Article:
Launched less than a year ago, online ticket marketplace LiveStub is closing its doors for the near future. Co-founders Levi Bergovoy and Michael Hershfield founded the company with the goal of meeting the needs of the evolving ticket marketplace. Their platform connected buyers and sellers directly and free of charge by offering technological tools tailored to the sellers and buyer’s needs, such as a Google Maps feature that located sellers in relation to buyers.
In a conversation with TicketNews, CEO Michael Hershfield cited three reasons for LiveStub’s closing: the financial collapse of LiveStub’s key investor, the current economic climate, and major shifts in the ticketing industry.
LiveStub’s angel investor, Morten Lund (most famously a Skype investor), was recently declared bankrupt after losing money in a newspaper investment. As a result, Lund’s investment funds have taken a back seat as he restructures his business and his investment strategy. Lund’s financial collapse occurred in tandem with the decline of the general economy, and that decline also directly affected LiveStub.
Hershfield pointed out that venture investing has been frozen almost to zero. “Tech companies have not been able to find new financing, whether it is us or start-ups in our ilk,” he said. And LiveStub’s micro investment banking backing has gone through its own paralysis, another result of the economic downturn.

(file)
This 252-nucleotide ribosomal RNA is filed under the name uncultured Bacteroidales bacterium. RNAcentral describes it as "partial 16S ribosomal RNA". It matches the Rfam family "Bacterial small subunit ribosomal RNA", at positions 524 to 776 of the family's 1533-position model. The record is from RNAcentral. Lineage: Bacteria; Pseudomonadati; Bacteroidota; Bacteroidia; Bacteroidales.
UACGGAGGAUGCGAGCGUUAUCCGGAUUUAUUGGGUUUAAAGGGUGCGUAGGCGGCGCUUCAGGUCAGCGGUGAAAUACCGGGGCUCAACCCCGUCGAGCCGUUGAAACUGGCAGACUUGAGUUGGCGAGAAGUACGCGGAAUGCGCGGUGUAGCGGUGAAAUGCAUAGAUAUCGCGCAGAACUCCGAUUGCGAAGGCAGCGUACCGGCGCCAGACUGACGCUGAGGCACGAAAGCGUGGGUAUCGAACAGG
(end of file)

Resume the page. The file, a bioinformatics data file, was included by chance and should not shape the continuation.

But aside from the poor state of the economy, Hershfield said changes in the industry are affecting the way investors see the market. The potential of a Ticketmaster/Live Nation merger and the rise of digital ticketing have created a high level of uncertainty amongst those who might invest in companies like LiveStub. “The emerging monopoly will restrict new players and new investors who are wary of what the climate will look like post-merger,” Hershfield said.
He noted that a Live Nation/Ticketmaster monopoly would create barriers to entry into the market, such as technological barriers. In addition, the life cycle of the ticket could be potentially controlled from beginning to end. Ticket inventory could conceivably be controlled as well.
Despite uncertainty about what place the secondary ticket industry takes in this evolving market place, Hershfield is confident that consumers deserve choice. He believes there is a place for a company like LiveStub, assuming the environment is conducive. Because of this, LiveStub is still looking to raise capital in what Hershfield calls “these unique times that require unique perspective.”
“Time will tell how it will shake out,” he said. “The landscape is changing dramatically. You can’t hold back change, and there’s going to be tremendous changes. The question becomes: Where do the current players shake out in this very quickly evolving story?”